OPINION: Norwich must prepare for the effects of climate change now
- Credit: Ben Price
Norwich City councillor Jamie Osborn explains why he and fellow Green Party members proposed a motion last night for the council to begin work on a climate change adaptation strategy
In August, Keith Skipper spoke of a “grim truth” in his column for this newspaper - as flooding, drought, and disruption to food supplies have shown this year, climate change is happening now, and it is going to get worse.
Even if we stopped all greenhouse gas emissions today, the climate would still continue to warm, due to the time-lag that is inherent in the greenhouse gas effect. So, while we have to throw everything into trying to stop those greenhouse gas emissions as soon as possible, we also have to prepare for life in a changed climate.
To be very clear, saying that we should prepare for the effects of climate change is not to say that we should give up on trying to limit temperature rises.
If political leaders take bold action now, global temperature rises could still be limited.
In any case, many of the actions that are needed to reduce emissions will also help to protect people from the effects of climate change. More local and more sustainably-grown food will mean less reliance on precarious supply-chains.
Restoring green space in river catchment areas and planting trees can help to sustainably manage water and reduce both flooding and drought. Insulating homes and making them more energy-efficient can protect people from extreme heat and lift them out of fuel poverty.
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Last night, Green Party councillors in Norwich proposed a motion to Norwich City Council to begin work on a climate change adaptation strategy.
There are some things that are directly within the city council’s control that must be started now.
For example, council housing must be adapted so that it can be kept cooler during hot summers and to minimise energy use. Planting and maintaining trees is essential to help cool the city and support wildlife.
The council must also reduce risks to staff from working in in more extreme weather conditions.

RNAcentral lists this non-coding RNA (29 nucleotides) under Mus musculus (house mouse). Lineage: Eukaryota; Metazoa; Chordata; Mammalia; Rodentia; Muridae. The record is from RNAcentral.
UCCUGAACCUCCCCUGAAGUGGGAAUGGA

But a climate adaptation strategy must be for be the whole city, not just for the city council.
The council’s planning policies can set standards for how buildings must be fit for a climate-change future, but there needs to be training for a workforce who can retrofit housing to meet those standards, and that means working with businesses and with educational institutions.
Health officials, employers, and local government have to work together to prepare for disasters such as flooding or new diseases that could spread under more favourable (for the diseases) climatic conditions, and to track warning signs.
And adaptation is not just about trying to minimise the costs of disaster when it strikes. While “hard” measures to prevent flooding, such as flood barriers, or stockpiles of food in case of emergencies, can be important, adaptation is also about social interactions.
Communities fare better in natural disasters when there are social links between neighbours.
Enabling people to find shared ways of doing things, such as growing food in their estate or closing their street to cars so that kids can play, as was seen in Norwich in the recent “car-free day”, are a good way to encourage those social links.
Equally, more equal societies are better able to respond to disasters than societies riven by inequality.
In other words, effective and fair adaptation to climate change cannot just be about protecting our current way of life and current economic interests from damage.
It can – it must – mean building a society that is more fair, socially and economically, that is more connected, and that is more sustainable for us all.